Starting 2013, science textbooks in South Korea will continue to carry information on archaeopteryx, once considered the primitive bird fossil, and other examples of evolution, reports Nature. The major victory for science comes nearly four months after the South Korean government issued a petition to the publishers to revise high school textbooks by excluding examples of the evolution of archaeopteryx and horse.
If the sustained campaign led by the Society for Textbook Revise (STR) to remove “errors” and provide “correct” information to students convinced the government to issue the petition in May, the September 5 decision comes following an expert panel’s recommendation.
The STR members believe in creationism and wanted the textbooks purged of other “flawed” examples of evolution including that of human beings.
Nature played a vital role in first publishing the South Korean government’s May 2012 decision worldwide. Leading newspapers across the world, including The Hindu, reported the retrograde decision. The furore created by scientists from South Korea and many other countries forced the government to revisit its decision and set up the 11-member panel to oversee the textbook revision. It included five experts on evolution and fossils.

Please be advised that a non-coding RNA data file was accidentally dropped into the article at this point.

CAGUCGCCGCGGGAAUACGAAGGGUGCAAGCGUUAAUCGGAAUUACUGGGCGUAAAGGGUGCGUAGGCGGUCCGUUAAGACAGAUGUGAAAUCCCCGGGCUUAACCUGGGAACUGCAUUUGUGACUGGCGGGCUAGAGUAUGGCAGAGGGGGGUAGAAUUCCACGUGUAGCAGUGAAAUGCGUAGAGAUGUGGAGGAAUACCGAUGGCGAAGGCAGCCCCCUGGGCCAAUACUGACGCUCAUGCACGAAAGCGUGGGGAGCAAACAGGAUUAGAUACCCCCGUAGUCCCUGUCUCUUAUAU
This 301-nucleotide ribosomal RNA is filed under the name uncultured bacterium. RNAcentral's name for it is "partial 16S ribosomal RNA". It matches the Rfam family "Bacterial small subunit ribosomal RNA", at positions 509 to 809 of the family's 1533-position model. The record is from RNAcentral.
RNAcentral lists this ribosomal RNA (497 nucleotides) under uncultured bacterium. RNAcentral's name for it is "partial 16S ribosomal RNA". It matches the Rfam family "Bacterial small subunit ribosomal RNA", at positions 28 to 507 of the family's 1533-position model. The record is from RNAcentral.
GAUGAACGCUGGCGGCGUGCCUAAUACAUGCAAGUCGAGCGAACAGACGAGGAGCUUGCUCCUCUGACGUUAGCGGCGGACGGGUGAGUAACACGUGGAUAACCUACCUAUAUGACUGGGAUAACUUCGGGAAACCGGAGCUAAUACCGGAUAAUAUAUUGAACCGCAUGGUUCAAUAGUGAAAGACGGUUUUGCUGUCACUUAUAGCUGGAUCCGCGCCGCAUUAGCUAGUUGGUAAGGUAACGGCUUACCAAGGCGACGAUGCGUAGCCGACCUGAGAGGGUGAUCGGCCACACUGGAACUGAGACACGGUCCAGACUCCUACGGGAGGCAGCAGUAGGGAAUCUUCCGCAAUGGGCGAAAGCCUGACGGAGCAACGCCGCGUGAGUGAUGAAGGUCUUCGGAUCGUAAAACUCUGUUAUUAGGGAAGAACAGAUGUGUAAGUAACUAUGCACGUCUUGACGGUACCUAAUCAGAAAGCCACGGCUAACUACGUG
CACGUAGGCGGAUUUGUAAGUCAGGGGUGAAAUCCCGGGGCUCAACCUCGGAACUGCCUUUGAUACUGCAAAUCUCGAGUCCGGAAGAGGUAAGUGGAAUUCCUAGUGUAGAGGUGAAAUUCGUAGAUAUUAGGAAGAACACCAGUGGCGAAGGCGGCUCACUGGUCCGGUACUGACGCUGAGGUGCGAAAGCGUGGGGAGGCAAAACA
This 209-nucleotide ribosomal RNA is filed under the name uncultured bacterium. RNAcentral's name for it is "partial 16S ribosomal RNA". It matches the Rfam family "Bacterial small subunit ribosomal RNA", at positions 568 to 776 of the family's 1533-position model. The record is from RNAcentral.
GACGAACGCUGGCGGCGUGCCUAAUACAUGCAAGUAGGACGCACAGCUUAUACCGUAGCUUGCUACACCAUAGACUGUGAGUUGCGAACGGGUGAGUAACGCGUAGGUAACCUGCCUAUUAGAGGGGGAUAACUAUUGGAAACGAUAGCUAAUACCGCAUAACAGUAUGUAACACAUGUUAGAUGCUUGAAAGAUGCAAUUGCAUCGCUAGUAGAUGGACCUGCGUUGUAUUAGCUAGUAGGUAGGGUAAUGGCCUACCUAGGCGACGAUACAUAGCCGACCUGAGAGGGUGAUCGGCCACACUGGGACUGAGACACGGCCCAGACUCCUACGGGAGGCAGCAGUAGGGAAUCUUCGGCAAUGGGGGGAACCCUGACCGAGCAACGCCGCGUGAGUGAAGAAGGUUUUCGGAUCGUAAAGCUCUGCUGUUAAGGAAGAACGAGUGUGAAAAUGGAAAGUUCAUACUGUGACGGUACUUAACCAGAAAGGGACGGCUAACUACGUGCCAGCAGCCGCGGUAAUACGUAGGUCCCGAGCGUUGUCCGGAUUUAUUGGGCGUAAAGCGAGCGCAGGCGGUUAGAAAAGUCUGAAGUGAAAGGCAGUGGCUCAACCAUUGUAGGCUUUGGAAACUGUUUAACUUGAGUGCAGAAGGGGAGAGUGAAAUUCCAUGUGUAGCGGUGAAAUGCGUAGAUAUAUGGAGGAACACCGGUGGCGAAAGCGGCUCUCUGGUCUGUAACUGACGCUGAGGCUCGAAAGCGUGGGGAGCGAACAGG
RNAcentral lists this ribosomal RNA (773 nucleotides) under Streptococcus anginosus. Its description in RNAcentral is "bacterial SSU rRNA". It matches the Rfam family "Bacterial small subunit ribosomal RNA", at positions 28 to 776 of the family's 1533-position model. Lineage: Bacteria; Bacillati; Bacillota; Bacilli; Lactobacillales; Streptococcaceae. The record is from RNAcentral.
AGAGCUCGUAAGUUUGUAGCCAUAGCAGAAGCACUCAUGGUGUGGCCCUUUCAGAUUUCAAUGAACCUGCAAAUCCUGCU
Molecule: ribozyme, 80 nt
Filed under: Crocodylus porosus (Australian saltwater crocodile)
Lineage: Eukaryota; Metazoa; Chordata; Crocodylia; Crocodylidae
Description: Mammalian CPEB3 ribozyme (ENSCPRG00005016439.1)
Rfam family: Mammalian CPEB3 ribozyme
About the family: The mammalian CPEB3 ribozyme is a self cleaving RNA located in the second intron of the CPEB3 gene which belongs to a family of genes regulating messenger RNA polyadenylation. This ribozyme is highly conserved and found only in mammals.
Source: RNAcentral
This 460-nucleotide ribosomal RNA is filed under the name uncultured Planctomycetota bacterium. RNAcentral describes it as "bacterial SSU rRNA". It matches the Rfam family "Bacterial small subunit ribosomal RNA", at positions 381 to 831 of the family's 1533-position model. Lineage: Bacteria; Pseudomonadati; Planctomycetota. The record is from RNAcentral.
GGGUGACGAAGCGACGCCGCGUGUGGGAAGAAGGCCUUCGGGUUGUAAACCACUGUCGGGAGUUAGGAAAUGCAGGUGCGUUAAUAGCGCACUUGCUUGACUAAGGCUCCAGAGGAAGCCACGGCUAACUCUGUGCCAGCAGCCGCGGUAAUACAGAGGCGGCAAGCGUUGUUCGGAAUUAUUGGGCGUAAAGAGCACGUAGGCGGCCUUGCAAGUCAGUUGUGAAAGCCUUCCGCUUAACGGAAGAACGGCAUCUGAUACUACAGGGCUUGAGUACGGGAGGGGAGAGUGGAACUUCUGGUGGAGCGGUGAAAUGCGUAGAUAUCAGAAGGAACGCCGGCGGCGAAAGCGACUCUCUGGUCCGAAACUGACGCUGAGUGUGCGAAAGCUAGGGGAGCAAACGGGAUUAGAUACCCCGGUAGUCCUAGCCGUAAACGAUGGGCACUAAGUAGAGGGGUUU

The panel favoured inclusion of archaeopteryx to explain evolution. This despite the fact that a July 2011 research paper in Nature revealed that it was no longer a primitive bird.
The panel favoured the inclusion of archaeopteryx as “the scientific debate about whether [it] gave rise to all birds or is just one example of a feathered dinosaur does not undermine the theory of evolution itself.” The panel also found the explanation on the evolution of horse “too simplistic” and hence wanted it either “revised or replaced” with another example.